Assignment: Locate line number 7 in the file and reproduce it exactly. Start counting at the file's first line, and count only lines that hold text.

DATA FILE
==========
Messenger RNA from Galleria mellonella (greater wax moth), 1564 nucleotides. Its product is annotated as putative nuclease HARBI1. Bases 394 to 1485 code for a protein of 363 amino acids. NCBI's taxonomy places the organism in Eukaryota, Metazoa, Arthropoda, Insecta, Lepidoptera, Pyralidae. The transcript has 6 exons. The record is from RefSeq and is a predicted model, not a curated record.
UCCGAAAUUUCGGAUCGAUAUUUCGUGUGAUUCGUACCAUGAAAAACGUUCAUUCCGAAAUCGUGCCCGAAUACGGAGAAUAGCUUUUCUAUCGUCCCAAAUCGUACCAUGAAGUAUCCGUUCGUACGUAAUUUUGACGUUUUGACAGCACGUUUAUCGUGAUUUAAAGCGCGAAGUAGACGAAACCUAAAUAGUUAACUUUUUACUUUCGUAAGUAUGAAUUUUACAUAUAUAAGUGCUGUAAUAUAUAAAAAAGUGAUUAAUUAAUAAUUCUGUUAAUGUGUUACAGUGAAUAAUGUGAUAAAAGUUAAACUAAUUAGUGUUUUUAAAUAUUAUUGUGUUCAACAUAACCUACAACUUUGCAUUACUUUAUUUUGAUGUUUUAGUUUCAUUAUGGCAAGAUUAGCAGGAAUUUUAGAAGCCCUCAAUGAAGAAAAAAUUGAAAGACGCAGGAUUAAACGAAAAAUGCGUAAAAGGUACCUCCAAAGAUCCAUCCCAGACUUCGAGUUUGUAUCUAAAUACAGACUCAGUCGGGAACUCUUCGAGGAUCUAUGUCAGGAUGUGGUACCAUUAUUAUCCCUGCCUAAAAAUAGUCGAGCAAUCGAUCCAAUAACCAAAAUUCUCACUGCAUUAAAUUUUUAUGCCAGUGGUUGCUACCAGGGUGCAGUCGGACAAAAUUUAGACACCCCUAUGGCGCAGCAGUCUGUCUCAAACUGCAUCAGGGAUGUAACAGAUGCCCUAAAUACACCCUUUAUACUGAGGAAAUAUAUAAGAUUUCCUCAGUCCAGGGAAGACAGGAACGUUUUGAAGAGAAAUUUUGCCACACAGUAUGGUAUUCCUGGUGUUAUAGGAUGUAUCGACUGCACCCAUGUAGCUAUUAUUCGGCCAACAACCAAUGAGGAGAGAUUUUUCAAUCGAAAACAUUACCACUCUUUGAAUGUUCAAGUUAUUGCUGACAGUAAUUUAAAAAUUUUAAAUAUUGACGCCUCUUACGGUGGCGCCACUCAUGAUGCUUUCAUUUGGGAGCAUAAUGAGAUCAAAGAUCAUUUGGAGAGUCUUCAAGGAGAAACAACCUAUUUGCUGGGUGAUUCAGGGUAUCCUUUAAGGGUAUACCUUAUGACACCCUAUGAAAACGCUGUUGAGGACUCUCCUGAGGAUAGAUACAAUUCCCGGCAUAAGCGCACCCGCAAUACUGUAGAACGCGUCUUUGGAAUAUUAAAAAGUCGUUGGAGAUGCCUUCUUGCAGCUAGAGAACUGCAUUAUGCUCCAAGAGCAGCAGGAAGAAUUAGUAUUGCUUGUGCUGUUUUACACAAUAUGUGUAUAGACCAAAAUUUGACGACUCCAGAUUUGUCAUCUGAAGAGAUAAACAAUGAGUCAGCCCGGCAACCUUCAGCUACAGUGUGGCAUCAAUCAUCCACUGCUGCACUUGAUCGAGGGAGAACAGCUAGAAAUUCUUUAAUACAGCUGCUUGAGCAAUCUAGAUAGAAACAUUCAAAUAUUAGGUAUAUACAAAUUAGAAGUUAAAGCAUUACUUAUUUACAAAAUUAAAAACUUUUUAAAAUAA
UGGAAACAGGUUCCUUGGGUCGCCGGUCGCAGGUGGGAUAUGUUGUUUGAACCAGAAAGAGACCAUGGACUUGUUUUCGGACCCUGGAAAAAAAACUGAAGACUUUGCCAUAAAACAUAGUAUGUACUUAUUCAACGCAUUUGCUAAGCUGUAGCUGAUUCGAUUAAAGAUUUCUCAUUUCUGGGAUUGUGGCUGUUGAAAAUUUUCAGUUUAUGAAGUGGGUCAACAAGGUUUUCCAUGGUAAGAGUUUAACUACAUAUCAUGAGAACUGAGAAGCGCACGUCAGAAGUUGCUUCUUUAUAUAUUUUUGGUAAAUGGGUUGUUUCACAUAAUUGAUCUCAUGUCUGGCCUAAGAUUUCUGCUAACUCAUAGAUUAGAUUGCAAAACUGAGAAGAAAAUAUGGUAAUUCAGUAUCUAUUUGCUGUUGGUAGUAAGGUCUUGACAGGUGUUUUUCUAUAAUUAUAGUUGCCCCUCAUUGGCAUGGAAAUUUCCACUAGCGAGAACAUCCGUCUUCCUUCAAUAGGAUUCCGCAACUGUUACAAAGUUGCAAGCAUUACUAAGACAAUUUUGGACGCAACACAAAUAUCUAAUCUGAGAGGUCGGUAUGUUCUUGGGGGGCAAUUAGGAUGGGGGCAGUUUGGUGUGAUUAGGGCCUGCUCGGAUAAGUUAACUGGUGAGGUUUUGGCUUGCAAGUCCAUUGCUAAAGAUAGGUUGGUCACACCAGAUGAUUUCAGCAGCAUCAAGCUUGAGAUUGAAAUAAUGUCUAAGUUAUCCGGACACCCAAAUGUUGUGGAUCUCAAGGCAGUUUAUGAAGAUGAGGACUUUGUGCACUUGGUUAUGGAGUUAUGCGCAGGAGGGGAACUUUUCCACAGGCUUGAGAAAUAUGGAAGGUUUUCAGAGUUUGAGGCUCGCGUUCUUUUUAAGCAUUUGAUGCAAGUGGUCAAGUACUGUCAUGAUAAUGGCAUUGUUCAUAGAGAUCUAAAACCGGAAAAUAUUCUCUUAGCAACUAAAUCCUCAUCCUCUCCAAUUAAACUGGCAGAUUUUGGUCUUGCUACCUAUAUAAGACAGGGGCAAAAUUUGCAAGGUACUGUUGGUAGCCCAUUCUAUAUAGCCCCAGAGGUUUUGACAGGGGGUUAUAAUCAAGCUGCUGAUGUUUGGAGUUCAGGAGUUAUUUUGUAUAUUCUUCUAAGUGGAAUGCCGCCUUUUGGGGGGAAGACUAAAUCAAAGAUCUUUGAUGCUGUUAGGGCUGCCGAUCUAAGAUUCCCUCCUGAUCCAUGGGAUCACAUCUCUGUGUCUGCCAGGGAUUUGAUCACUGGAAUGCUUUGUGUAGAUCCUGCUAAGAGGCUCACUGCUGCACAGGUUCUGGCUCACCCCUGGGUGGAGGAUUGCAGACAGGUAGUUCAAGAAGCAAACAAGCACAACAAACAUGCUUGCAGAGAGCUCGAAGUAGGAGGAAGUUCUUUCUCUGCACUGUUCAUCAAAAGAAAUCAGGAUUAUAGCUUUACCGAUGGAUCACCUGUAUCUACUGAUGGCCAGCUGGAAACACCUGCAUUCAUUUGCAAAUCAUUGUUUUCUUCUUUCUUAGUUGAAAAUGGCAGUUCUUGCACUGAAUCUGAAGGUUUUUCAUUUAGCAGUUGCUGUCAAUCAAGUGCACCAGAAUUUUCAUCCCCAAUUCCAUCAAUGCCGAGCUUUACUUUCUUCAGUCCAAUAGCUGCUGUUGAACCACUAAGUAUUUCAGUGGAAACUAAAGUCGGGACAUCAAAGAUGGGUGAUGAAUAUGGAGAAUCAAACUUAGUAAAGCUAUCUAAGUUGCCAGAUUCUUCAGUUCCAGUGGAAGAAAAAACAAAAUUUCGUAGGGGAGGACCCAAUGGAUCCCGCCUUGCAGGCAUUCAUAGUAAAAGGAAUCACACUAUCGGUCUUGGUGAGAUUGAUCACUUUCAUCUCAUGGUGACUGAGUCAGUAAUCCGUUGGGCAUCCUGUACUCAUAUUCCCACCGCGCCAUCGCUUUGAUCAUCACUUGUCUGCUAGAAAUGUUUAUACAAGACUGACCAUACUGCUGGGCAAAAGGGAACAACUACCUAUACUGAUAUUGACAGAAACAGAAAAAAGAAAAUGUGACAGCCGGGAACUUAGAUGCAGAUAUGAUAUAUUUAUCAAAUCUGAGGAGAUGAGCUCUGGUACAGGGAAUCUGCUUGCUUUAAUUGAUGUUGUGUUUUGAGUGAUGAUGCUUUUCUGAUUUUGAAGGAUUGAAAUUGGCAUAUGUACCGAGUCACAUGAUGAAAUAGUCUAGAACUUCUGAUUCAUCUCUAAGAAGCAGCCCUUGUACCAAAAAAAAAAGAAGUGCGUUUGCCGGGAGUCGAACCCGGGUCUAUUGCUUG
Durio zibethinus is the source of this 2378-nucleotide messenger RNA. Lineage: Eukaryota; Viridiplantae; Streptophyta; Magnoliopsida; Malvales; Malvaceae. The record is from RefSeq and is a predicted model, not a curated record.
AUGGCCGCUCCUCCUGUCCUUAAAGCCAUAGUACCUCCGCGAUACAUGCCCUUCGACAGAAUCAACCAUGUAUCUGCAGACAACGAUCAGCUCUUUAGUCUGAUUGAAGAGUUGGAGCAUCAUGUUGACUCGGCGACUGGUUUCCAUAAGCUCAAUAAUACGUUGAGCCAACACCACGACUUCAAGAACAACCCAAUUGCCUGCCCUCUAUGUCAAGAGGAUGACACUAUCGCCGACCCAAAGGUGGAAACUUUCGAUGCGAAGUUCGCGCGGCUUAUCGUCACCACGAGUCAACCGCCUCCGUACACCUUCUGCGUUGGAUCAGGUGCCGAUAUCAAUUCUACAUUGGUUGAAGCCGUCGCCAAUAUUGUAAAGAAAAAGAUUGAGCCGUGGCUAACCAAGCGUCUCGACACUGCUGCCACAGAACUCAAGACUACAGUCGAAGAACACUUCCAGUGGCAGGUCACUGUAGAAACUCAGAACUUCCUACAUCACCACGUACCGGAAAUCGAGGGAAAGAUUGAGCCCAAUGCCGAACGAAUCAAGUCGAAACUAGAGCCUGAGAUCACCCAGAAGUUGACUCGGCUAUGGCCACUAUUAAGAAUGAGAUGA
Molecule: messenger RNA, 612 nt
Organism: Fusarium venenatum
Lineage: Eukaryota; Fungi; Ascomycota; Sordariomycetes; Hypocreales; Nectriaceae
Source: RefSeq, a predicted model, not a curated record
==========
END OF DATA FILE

Organism: Fusarium venenatum